Where are Madison’s Black pit masters?
Barbecue was quickly folded into white American traditions, thanks to its association with summer holidays, patriotic fervor and a distinct working-class aesthetic. But that means its Indigenous Caribbean and Black American origins have been shrouded within America’s collective consciousness.
Adrian Miller, author of “Black Smoke: African Americans and the United States of Barbecue,” explains that Blackness and barbecue are intrinsically linked. For at least two centuries, enslaved and emancipated Black folks were the country’s bona fide pit masters, honing and reaping the benefits of their culinary skill.
Modern barbecue, however, has evolved to become an aptitude test for enthusiasts with access to capital, investing in costly smokers, high-quality meats, and artisanal blends of sauces and spices.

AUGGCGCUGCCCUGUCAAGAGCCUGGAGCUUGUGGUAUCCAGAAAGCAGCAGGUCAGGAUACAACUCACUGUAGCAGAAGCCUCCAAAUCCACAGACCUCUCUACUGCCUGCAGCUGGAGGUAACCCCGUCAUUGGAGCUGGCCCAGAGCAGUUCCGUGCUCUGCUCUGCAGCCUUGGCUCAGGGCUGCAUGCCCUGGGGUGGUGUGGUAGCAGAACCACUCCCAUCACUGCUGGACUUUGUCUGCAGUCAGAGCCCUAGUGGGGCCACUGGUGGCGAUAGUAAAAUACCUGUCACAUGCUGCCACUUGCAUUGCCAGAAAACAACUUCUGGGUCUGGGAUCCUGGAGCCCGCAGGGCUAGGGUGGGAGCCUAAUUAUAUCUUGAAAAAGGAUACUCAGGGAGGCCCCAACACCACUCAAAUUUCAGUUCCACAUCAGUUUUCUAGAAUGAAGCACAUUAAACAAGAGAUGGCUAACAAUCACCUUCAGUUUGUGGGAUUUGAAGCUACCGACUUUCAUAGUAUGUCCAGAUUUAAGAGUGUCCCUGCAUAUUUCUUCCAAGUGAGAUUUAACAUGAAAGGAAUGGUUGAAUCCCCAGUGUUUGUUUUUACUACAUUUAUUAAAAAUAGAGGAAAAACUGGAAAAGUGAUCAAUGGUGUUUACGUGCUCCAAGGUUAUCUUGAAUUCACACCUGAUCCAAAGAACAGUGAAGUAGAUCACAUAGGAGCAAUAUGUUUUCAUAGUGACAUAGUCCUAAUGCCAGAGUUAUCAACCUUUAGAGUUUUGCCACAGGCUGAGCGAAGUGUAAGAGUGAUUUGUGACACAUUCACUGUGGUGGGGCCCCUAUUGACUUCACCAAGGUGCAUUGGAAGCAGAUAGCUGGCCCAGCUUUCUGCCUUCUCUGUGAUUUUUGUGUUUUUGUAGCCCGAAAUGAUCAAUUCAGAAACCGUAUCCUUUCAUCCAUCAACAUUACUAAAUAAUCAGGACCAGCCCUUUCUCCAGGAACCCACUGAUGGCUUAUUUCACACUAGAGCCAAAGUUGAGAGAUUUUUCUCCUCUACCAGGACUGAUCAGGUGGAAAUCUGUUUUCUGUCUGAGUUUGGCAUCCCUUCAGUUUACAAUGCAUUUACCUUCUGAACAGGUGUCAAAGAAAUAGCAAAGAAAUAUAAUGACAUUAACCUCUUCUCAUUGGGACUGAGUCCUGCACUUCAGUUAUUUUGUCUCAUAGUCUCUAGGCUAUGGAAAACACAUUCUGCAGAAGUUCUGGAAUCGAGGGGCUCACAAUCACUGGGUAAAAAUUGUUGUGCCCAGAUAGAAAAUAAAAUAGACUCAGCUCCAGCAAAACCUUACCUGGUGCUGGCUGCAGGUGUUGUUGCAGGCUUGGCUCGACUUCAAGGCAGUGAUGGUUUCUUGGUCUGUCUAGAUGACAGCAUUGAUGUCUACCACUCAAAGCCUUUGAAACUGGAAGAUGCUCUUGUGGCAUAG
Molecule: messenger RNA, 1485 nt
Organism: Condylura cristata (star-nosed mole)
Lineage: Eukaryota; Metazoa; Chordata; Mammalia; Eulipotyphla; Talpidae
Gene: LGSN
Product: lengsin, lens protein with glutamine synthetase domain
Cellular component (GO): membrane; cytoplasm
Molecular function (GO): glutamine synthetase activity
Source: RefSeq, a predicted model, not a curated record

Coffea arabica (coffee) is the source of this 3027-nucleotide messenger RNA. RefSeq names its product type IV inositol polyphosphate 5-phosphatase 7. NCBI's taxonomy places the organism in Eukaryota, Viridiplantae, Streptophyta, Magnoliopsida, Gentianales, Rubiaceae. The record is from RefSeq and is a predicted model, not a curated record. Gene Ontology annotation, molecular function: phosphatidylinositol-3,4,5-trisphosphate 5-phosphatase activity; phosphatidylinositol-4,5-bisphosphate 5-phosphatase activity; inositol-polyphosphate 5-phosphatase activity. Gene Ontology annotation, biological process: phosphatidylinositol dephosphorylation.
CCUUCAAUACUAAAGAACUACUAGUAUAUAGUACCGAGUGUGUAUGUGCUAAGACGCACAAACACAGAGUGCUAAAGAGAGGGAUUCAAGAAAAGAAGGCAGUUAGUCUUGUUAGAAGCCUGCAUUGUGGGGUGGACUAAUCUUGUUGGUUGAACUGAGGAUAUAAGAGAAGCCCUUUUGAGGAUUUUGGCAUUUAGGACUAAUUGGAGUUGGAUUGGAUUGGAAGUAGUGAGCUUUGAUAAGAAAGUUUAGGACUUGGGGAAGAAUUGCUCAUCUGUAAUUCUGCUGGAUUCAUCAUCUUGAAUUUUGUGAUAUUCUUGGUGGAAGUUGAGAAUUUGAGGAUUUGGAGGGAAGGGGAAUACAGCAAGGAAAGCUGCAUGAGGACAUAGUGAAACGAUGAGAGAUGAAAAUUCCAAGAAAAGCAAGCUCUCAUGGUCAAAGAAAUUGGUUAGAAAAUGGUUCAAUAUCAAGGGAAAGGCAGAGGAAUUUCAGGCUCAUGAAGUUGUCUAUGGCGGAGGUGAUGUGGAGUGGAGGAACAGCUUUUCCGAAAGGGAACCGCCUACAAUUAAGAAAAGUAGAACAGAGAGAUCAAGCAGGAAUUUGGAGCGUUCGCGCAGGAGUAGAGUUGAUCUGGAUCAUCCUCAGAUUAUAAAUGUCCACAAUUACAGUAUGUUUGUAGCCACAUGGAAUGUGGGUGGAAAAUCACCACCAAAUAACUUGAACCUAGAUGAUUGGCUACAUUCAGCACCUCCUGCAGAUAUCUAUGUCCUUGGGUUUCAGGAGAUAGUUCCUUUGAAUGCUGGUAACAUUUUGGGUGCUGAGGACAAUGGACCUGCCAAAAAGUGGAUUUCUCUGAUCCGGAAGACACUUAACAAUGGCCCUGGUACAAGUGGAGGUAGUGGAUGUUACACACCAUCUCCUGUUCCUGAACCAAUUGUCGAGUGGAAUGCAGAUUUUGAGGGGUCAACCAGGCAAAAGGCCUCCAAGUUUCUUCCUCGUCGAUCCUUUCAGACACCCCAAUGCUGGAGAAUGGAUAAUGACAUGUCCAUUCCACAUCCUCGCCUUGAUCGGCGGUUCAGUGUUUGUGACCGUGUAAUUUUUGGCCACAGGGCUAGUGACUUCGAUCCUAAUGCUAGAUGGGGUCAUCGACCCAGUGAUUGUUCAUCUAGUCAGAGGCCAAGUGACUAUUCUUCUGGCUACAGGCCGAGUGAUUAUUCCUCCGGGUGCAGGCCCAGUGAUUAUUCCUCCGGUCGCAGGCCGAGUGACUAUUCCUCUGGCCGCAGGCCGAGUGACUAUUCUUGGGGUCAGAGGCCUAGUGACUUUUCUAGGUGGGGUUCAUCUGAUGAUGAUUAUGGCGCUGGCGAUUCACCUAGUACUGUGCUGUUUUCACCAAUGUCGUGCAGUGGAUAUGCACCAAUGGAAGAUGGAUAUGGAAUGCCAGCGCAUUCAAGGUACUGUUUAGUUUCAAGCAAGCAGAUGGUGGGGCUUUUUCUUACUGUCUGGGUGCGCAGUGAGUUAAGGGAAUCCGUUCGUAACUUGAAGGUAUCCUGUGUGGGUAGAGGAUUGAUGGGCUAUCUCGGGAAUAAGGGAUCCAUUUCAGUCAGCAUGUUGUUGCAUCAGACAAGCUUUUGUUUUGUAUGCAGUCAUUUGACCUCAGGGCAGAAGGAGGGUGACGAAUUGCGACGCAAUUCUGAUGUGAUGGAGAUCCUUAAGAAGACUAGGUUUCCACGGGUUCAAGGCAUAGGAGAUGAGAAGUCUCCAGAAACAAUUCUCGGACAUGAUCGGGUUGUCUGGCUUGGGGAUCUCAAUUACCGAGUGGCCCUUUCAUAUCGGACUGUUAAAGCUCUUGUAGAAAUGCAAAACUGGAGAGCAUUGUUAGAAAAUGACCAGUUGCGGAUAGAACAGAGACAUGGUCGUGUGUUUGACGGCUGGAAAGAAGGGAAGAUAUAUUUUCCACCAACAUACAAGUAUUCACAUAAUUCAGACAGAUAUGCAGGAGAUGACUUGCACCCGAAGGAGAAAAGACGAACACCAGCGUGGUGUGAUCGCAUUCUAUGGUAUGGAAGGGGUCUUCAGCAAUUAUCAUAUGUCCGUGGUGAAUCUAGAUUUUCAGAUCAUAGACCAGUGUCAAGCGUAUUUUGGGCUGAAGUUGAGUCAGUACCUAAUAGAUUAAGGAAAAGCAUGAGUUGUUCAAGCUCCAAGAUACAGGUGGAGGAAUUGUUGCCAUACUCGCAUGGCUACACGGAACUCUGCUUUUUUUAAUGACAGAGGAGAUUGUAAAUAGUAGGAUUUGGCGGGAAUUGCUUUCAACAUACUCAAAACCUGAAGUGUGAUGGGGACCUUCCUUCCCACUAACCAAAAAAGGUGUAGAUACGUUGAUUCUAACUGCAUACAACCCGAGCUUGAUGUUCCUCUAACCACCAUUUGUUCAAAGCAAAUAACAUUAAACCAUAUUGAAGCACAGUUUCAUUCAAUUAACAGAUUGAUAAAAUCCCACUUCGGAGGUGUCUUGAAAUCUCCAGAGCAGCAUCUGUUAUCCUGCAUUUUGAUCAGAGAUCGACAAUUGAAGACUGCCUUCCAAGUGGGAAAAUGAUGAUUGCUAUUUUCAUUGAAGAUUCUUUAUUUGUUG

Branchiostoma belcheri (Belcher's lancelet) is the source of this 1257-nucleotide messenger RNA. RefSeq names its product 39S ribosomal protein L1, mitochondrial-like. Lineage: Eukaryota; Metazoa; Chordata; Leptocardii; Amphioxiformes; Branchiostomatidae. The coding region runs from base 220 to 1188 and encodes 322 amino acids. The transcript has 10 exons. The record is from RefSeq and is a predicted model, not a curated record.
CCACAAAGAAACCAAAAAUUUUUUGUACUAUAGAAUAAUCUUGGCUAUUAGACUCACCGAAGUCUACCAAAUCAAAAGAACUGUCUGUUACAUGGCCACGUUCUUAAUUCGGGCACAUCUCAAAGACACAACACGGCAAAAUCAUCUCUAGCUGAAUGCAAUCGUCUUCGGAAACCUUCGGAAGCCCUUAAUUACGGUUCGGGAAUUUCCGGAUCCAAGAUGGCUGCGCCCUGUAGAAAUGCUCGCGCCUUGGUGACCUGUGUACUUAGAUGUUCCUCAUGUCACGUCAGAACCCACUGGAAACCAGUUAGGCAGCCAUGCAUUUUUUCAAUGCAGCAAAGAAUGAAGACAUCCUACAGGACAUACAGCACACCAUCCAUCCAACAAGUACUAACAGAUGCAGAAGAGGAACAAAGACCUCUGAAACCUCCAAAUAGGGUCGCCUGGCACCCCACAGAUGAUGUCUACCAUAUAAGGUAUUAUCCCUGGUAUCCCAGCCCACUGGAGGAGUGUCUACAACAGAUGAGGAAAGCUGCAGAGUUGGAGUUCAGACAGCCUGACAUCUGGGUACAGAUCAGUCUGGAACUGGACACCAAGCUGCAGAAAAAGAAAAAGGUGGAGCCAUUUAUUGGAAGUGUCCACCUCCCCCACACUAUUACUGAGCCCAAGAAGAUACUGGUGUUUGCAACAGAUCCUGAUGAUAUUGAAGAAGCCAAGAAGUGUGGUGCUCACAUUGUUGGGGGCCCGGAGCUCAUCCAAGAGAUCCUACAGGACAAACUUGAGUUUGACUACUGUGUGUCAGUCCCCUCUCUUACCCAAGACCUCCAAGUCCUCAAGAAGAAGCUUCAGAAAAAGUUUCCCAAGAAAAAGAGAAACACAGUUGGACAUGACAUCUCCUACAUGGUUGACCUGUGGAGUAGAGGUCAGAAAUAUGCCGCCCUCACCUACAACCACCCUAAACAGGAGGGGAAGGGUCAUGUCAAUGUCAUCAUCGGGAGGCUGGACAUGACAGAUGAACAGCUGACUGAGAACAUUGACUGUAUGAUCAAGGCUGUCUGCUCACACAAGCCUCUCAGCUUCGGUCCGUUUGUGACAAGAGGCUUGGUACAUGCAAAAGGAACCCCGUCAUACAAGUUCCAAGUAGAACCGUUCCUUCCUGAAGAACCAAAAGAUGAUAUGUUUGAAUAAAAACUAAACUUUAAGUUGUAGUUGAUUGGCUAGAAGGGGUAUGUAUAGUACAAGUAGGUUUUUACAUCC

“I suppose it’s not always been looked at like a highbrow cuisine,” said Yusuf Bin-Rella, a chef at the University of Wisconsin-Madison’s Dejope Residence Hall and a founder of the TradeRoots Culinary Collective. “People have to ride out those waves where there’s not all that much attention paid to it.”
Bin-Rella said Black barbecue business owners aren’t often as celebrated or monetarily compensated as their white counterparts. Black barbecue joints in Madison, like That BBQ Joint, come and go, and what often impedes a longer business lifespan is access to land and capital.
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